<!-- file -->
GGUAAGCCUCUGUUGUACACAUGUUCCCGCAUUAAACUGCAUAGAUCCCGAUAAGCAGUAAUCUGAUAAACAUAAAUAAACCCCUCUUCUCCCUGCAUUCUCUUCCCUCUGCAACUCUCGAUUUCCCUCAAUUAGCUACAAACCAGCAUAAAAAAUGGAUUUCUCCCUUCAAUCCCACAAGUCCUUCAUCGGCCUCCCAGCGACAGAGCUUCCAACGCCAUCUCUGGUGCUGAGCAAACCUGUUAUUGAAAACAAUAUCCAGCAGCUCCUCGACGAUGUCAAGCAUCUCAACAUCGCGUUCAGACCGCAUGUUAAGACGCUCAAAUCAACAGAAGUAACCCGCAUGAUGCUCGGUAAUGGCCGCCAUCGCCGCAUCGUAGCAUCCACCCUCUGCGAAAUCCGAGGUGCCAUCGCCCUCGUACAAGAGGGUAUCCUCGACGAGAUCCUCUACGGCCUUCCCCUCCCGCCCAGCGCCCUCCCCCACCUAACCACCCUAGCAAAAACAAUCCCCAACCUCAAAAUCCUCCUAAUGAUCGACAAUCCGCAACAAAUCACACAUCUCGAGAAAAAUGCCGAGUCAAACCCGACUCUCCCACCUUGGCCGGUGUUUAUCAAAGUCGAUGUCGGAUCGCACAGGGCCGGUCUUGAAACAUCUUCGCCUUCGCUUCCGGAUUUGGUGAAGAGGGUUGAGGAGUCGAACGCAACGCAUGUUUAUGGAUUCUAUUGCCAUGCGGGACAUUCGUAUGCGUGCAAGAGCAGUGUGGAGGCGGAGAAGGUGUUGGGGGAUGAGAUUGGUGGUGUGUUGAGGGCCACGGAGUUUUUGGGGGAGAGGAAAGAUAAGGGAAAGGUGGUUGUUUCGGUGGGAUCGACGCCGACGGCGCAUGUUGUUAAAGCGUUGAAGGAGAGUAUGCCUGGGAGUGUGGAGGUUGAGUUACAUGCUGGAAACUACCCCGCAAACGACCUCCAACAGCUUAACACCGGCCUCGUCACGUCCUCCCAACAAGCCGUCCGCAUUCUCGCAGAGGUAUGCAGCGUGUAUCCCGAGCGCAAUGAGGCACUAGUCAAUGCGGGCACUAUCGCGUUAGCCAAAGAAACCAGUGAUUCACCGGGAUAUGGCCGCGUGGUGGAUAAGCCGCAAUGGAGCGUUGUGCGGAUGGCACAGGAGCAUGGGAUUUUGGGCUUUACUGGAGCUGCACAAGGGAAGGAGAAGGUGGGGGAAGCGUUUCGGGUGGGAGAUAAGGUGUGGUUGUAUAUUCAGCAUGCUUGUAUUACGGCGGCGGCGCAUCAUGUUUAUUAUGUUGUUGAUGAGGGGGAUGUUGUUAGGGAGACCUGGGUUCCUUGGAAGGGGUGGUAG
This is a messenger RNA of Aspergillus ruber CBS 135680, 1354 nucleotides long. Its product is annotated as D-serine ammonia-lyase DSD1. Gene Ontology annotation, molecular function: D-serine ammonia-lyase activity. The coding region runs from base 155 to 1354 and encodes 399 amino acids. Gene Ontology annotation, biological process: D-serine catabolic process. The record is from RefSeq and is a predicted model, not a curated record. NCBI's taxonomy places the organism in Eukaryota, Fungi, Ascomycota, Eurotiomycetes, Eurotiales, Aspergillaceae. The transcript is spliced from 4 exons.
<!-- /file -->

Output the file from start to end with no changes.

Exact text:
GGUAAGCCUCUGUUGUACACAUGUUCCCGCAUUAAACUGCAUAGAUCCCGAUAAGCAGUAAUCUGAUAAACAUAAAUAAACCCCUCUUCUCCCUGCAUUCUCUUCCCUCUGCAACUCUCGAUUUCCCUCAAUUAGCUACAAACCAGCAUAAAAAAUGGAUUUCUCCCUUCAAUCCCACAAGUCCUUCAUCGGCCUCCCAGCGACAGAGCUUCCAACGCCAUCUCUGGUGCUGAGCAAACCUGUUAUUGAAAACAAUAUCCAGCAGCUCCUCGACGAUGUCAAGCAUCUCAACAUCGCGUUCAGACCGCAUGUUAAGACGCUCAAAUCAACAGAAGUAACCCGCAUGAUGCUCGGUAAUGGCCGCCAUCGCCGCAUCGUAGCAUCCACCCUCUGCGAAAUCCGAGGUGCCAUCGCCCUCGUACAAGAGGGUAUCCUCGACGAGAUCCUCUACGGCCUUCCCCUCCCGCCCAGCGCCCUCCCCCACCUAACCACCCUAGCAAAAACAAUCCCCAACCUCAAAAUCCUCCUAAUGAUCGACAAUCCGCAACAAAUCACACAUCUCGAGAAAAAUGCCGAGUCAAACCCGACUCUCCCACCUUGGCCGGUGUUUAUCAAAGUCGAUGUCGGAUCGCACAGGGCCGGUCUUGAAACAUCUUCGCCUUCGCUUCCGGAUUUGGUGAAGAGGGUUGAGGAGUCGAACGCAACGCAUGUUUAUGGAUUCUAUUGCCAUGCGGGACAUUCGUAUGCGUGCAAGAGCAGUGUGGAGGCGGAGAAGGUGUUGGGGGAUGAGAUUGGUGGUGUGUUGAGGGCCACGGAGUUUUUGGGGGAGAGGAAAGAUAAGGGAAAGGUGGUUGUUUCGGUGGGAUCGACGCCGACGGCGCAUGUUGUUAAAGCGUUGAAGGAGAGUAUGCCUGGGAGUGUGGAGGUUGAGUUACAUGCUGGAAACUACCCCGCAAACGACCUCCAACAGCUUAACACCGGCCUCGUCACGUCCUCCCAACAAGCCGUCCGCAUUCUCGCAGAGGUAUGCAGCGUGUAUCCCGAGCGCAAUGAGGCACUAGUCAAUGCGGGCACUAUCGCGUUAGCCAAAGAAACCAGUGAUUCACCGGGAUAUGGCCGCGUGGUGGAUAAGCCGCAAUGGAGCGUUGUGCGGAUGGCACAGGAGCAUGGGAUUUUGGGCUUUACUGGAGCUGCACAAGGGAAGGAGAAGGUGGGGGAAGCGUUUCGGGUGGGAGAUAAGGUGUGGUUGUAUAUUCAGCAUGCUUGUAUUACGGCGGCGGCGCAUCAUGUUUAUUAUGUUGUUGAUGAGGGGGAUGUUGUUAGGGAGACCUGGGUUCCUUGGAAGGGGUGGUAG
This is a messenger RNA of Aspergillus ruber CBS 135680, 1354 nucleotides long. Its product is annotated as D-serine ammonia-lyase DSD1. Gene Ontology annotation, molecular function: D-serine ammonia-lyase activity. The coding region runs from base 155 to 1354 and encodes 399 amino acids. Gene Ontology annotation, biological process: D-serine catabolic process. The record is from RefSeq and is a predicted model, not a curated record. NCBI's taxonomy places the organism in Eukaryota, Fungi, Ascomycota, Eurotiomycetes, Eurotiales, Aspergillaceae. The transcript is spliced from 4 exons.